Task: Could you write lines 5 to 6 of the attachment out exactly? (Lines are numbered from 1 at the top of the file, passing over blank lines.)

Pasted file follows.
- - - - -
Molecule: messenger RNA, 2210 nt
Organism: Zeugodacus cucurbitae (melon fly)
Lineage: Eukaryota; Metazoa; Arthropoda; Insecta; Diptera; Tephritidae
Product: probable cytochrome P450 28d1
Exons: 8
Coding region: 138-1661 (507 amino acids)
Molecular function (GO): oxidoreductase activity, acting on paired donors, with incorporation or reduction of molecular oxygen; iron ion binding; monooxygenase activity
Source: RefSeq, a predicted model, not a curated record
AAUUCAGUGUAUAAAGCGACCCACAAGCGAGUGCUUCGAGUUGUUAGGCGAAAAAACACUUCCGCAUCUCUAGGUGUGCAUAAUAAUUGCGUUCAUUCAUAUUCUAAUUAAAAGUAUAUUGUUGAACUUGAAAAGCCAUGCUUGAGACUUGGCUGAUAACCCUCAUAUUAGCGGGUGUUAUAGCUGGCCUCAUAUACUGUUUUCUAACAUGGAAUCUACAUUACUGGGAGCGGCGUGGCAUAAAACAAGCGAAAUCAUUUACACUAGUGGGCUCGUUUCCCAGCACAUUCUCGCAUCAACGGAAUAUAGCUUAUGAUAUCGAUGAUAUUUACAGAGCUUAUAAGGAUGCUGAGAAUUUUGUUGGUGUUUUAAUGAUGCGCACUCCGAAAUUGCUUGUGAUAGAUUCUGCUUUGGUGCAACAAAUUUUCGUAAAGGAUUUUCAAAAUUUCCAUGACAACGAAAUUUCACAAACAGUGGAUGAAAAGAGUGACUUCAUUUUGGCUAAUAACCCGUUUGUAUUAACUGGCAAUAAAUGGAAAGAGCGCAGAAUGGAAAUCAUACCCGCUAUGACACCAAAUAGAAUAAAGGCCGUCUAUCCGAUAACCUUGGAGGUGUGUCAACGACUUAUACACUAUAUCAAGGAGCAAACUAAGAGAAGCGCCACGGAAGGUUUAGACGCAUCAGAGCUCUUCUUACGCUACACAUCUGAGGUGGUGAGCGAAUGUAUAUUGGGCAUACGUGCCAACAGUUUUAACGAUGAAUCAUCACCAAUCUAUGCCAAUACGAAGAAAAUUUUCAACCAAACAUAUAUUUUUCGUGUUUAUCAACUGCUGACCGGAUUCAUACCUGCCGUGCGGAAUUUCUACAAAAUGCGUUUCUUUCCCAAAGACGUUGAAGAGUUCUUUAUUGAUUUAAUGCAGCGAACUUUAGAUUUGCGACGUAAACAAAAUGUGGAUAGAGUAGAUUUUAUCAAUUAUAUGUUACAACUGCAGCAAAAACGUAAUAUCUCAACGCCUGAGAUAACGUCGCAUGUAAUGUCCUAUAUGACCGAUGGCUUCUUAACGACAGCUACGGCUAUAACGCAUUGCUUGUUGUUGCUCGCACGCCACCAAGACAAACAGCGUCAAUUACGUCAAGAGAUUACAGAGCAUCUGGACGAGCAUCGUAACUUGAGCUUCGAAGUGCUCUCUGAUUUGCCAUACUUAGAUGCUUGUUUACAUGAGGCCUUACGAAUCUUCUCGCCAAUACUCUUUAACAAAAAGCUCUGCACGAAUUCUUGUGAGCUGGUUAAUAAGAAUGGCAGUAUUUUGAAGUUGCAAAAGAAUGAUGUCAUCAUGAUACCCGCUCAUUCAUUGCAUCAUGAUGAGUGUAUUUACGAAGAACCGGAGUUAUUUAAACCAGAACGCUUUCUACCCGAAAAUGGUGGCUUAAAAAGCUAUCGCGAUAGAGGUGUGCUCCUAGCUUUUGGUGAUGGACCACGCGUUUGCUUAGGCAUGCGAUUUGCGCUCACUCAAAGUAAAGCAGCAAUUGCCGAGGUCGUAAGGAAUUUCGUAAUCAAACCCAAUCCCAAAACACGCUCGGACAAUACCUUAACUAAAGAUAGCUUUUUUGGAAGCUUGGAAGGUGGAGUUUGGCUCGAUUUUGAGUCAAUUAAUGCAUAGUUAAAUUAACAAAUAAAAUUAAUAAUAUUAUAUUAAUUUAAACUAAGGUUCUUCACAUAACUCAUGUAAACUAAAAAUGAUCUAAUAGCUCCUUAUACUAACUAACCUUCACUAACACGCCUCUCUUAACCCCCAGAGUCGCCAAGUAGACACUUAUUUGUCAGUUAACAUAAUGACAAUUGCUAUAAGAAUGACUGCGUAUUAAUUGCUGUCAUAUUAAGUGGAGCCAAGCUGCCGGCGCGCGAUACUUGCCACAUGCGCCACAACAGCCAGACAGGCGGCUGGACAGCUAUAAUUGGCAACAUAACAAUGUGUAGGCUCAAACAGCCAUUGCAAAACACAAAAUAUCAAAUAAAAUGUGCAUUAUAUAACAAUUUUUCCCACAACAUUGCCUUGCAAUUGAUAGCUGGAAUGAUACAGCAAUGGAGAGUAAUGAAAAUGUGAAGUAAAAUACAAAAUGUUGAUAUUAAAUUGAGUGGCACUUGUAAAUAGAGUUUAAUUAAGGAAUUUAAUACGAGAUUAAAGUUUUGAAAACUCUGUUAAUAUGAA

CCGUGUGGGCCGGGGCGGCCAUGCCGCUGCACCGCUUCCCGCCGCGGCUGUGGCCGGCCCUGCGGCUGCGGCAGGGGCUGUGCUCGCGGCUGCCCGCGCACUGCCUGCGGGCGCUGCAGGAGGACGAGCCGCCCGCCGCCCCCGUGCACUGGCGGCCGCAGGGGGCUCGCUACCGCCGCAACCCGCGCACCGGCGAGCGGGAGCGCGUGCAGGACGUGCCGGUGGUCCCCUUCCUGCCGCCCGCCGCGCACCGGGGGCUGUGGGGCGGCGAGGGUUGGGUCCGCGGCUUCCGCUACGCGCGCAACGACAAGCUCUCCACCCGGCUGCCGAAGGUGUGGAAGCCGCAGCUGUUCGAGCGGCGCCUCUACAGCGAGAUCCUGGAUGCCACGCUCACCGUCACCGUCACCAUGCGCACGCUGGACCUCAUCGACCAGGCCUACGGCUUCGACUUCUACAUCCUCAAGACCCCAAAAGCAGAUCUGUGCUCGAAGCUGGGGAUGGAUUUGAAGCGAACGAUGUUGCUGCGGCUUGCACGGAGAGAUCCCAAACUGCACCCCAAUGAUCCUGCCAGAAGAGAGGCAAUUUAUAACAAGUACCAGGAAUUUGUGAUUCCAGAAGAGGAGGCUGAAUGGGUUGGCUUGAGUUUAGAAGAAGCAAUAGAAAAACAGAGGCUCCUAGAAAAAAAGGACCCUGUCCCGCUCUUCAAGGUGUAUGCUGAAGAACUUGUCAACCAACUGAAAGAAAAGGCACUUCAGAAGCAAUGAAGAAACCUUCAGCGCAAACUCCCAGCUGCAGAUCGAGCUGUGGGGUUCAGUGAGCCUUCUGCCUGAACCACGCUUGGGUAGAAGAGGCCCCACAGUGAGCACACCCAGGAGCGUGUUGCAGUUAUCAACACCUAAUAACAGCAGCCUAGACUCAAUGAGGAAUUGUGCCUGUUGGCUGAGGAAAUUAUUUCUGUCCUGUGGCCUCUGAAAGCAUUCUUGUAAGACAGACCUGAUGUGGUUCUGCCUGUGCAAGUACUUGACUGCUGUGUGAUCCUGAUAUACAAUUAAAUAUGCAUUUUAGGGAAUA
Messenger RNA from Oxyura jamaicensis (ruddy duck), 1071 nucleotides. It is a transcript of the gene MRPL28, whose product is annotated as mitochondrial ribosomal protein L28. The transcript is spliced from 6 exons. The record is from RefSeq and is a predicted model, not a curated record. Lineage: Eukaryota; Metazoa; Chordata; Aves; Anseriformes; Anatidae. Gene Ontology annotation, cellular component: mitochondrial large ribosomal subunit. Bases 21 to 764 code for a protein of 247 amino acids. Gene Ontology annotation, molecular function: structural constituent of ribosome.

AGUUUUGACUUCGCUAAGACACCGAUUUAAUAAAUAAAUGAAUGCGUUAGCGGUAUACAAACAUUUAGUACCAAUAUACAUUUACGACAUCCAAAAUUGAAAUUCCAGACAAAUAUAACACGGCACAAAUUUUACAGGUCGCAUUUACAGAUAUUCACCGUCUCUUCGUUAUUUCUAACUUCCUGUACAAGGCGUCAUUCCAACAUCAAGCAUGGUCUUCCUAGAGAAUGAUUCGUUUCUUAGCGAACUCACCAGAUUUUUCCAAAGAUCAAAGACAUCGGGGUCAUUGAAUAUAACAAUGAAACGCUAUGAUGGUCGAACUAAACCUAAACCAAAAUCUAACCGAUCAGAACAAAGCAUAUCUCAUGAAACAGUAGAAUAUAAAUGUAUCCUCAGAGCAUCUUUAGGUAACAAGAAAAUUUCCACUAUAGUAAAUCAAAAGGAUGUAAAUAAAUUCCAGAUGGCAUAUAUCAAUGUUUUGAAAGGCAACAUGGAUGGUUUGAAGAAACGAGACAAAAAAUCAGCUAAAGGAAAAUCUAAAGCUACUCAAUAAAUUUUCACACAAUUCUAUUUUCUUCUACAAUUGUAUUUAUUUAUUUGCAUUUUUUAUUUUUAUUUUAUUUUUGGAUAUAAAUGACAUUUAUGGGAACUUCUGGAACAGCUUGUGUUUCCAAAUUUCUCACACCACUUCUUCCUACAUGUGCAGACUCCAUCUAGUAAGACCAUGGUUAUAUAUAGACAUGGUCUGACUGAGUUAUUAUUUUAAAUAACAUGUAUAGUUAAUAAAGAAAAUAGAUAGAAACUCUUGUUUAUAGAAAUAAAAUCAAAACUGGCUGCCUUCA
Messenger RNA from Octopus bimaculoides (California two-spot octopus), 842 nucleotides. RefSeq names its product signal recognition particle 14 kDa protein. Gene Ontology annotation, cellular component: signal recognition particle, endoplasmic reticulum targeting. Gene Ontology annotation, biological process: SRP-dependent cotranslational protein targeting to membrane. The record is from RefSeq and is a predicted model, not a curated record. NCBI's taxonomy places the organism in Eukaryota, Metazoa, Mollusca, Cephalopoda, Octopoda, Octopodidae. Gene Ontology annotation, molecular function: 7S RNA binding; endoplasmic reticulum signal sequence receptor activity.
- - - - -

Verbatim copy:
Exons: 8
Coding region: 138-1661 (507 amino acids)